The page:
the Panoptic to make it compatible with your refraction, if any.
Both patient and observer should remove their glasses, but contact
lenses do not need to be removed.
Adjust the size of the incident light beam
to approximate the size of the patient’s pupils. If the size
of the light source is much larger than the pupil, reflected rays
may cause glare and dazzle that interferes with detailed examination.
Turn on the light to approximately one-half
the maximum intensity to begin, and then adjust for optimum viewing
when the fundus is in view. Do not use maximum intensity especially
when using instruments with halogen bulbs as the brightness can
be uncomfortable for patients, especially when viewing the macula.
Orientation and Landmarks
optic disk is in the same location in everyone, and is easy
to identify. Therefore, if you can find the disk right away,
it is usually easier to maintain your orientation and to adjust
your viewing angle to see other structures. Use your right
eye to view the patient’s right eye, and your left for
the patient’s left. (With the PanOptic, it is possible
to use the same eye to view both patient eyes if necessary
but it is not recommended).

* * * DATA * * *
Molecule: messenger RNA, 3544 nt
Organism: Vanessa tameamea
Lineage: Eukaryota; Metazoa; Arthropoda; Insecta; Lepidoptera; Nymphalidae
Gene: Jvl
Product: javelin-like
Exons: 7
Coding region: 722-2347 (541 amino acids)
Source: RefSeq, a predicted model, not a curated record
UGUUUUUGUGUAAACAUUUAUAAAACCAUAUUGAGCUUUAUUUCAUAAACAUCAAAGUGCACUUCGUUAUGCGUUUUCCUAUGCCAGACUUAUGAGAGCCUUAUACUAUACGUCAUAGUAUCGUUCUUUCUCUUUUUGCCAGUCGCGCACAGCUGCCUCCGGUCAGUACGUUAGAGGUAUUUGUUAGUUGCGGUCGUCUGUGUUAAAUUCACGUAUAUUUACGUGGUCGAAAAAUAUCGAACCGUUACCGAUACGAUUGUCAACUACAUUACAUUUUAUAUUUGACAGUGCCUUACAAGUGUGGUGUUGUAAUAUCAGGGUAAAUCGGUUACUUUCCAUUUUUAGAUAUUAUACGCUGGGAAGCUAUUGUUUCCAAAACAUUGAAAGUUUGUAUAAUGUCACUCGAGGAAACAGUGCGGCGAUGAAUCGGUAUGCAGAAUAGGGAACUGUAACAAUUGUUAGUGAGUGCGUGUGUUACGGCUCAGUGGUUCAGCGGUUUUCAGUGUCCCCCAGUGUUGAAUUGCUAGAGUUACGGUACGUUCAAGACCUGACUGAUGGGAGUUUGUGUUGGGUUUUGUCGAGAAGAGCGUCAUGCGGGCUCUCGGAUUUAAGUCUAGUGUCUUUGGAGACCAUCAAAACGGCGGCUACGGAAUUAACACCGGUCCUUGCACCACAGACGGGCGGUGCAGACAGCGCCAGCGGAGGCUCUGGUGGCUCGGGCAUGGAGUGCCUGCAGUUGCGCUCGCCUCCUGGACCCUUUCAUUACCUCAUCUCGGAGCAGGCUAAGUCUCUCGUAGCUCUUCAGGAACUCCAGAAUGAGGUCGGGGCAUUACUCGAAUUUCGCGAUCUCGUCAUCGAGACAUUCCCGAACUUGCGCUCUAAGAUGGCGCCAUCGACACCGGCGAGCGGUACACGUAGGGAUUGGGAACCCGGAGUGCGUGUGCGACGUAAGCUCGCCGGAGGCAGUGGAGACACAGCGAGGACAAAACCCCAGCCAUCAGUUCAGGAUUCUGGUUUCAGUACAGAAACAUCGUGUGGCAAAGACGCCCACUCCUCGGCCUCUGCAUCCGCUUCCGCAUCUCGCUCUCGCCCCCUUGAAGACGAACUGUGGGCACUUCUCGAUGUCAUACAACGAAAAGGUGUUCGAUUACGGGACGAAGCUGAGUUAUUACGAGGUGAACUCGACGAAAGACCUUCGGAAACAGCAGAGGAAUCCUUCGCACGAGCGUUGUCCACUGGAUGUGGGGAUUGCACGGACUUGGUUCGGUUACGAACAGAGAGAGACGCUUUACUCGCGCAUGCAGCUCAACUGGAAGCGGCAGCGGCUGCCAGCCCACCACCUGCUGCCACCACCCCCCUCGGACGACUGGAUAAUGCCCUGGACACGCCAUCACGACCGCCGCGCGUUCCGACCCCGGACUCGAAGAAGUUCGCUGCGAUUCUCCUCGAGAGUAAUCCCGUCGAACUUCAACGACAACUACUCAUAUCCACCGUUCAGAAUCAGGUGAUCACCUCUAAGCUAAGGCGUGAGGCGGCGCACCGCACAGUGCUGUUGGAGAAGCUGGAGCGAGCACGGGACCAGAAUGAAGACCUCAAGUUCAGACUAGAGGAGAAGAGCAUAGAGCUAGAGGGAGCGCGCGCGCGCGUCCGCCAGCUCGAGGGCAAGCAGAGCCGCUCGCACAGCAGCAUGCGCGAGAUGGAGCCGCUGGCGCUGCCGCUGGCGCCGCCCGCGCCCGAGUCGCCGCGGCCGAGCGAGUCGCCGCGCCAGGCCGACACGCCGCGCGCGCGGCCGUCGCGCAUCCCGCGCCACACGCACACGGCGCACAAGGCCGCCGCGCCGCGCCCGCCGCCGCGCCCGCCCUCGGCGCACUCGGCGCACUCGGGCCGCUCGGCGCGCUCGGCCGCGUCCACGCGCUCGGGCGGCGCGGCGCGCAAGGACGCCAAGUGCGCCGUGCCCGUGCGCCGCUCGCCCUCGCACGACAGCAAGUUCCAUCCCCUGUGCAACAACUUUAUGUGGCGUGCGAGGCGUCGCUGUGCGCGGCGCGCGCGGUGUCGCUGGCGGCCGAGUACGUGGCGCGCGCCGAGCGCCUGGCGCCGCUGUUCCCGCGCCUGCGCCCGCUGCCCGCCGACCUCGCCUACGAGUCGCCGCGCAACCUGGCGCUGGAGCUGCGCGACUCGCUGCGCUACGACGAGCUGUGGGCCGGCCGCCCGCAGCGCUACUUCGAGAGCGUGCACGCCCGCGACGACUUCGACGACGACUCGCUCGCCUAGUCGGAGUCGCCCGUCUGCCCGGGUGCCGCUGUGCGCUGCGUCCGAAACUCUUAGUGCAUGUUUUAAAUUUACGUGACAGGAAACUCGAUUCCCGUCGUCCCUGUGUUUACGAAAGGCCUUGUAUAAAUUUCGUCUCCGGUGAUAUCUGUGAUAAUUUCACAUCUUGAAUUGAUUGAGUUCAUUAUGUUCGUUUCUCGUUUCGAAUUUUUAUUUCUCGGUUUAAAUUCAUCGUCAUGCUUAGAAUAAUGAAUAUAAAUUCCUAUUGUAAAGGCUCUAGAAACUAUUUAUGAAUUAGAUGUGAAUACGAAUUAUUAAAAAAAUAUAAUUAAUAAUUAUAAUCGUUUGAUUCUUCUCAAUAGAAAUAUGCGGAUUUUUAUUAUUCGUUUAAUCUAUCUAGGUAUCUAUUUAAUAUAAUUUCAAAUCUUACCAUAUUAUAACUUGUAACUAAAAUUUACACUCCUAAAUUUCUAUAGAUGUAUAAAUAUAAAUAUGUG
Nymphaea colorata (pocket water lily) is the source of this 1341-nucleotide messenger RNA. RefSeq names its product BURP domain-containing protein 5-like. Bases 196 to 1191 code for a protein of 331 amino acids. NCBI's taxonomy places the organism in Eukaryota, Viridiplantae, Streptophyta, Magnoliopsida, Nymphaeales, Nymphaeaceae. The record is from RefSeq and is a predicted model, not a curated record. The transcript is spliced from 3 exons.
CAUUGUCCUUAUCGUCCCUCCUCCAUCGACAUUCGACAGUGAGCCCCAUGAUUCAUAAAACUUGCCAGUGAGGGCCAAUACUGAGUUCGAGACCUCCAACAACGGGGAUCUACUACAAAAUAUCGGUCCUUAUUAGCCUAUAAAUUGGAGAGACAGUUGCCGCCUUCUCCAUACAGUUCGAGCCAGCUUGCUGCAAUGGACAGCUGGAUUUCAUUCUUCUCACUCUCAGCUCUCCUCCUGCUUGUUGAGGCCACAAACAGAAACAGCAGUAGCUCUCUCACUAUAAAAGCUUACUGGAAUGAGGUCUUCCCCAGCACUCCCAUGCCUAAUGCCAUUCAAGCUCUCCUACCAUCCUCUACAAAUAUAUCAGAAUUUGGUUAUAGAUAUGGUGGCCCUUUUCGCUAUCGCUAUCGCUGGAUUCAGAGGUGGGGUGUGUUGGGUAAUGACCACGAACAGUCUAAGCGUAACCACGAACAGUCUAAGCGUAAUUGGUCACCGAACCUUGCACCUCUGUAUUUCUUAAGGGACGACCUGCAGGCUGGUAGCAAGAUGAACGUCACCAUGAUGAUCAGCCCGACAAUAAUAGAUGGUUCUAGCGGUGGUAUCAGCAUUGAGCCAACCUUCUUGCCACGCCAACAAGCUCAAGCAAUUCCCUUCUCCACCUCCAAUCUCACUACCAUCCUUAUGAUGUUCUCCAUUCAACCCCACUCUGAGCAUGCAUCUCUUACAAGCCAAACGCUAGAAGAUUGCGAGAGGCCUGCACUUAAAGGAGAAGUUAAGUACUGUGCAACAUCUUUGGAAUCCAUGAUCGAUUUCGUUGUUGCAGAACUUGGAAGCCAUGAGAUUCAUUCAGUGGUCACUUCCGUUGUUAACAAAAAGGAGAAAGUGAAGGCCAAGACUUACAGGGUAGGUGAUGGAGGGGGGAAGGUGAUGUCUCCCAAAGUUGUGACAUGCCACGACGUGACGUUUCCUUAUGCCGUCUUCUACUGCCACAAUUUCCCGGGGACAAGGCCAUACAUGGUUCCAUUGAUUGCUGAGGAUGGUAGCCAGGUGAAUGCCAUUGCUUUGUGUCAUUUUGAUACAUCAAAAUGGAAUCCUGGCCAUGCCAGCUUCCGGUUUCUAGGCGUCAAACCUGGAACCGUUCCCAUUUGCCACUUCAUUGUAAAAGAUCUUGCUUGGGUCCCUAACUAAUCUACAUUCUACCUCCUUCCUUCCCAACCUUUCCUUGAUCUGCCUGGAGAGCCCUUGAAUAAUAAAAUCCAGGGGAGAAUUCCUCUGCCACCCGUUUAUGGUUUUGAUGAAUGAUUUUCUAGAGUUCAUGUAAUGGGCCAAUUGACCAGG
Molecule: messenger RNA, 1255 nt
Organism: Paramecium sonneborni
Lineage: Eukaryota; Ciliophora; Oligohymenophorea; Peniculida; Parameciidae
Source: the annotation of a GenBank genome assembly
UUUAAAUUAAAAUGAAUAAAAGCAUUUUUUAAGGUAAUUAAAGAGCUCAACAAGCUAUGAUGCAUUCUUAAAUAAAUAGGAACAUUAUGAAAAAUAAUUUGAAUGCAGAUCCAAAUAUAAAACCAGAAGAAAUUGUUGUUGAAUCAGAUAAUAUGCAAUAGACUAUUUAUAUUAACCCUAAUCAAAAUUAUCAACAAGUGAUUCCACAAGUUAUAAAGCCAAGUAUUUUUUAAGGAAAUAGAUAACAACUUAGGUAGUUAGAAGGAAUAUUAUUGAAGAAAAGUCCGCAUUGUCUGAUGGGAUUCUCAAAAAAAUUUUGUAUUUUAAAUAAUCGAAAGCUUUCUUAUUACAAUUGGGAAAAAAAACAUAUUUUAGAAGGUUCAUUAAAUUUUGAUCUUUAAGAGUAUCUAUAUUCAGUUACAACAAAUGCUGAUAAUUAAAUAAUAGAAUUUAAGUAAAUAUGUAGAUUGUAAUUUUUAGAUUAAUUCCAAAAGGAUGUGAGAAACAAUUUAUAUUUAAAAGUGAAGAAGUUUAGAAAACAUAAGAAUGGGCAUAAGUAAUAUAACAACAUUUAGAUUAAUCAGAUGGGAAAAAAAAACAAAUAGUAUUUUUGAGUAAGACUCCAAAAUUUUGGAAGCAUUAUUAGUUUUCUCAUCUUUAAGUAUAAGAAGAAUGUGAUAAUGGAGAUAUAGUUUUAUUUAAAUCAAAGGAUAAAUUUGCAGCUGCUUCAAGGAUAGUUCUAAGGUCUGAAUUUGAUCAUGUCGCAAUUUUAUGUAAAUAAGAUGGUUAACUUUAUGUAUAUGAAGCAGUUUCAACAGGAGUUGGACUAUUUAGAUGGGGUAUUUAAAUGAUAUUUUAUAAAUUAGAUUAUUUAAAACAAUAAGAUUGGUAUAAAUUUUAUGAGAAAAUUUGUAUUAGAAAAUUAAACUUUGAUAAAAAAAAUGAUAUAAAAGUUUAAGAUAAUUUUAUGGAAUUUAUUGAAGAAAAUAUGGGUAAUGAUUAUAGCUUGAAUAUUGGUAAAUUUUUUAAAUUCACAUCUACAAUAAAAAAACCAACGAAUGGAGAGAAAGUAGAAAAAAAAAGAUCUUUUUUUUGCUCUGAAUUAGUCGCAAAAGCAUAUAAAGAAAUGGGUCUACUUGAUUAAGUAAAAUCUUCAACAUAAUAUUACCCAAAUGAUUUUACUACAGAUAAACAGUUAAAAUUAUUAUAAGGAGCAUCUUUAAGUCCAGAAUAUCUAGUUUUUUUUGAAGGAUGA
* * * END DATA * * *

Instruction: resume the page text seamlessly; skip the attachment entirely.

observer directs the light from the ophthalmoscope at the
pupil at an angle of 15-20 degrees temporally from the patient’s
line of sight (visual axis), at a distance of approximately
10-12 inches from the patient’s eye. Aiming your ophthalmoscope
at the pupil along the axis of the white line in the above
illustration, you should be able to see a red reflex in the
pupil (if you cannot find a red reflex, it may mean that a
cataract or other obstruction precludes fundus examination).
Keeping the red reflex in your view, move closer until the
field of view fills your viewer (about 1” from the eye
with the standard ophthalmoscope). Maintain this position
as you slightly change the angle of the ophthalmoscope head
to examine other areas of the posterior pole.
is the right eye illustrating the relationship of the macula
to the optic nerve. Note that to find the disk, the observer
must aim 15-20 degrees temporally from the patient’s line
of sight. For the left eye the observer moves to the patient’s
If you do
not see the outline of the disk with this technique, stop, move
back 10 inches, and try again, perhaps using a slightly different
angle. While in the proper position, you may do a brief search for
the disk, but prolonged searching by following vessels, for example,
is usually unproductive. More importantly, patients become fatigued
rather quickly from the bright light and effort required for cooperation.
important skill to learn while practicing is to find the viewing
angle necessary to locate the optic disk with a minimum of effort.
This ensures that that you will have a cooperative, relaxed patient
while you are visualizing the fundus, and your examination will
be spent on a productive evaluation.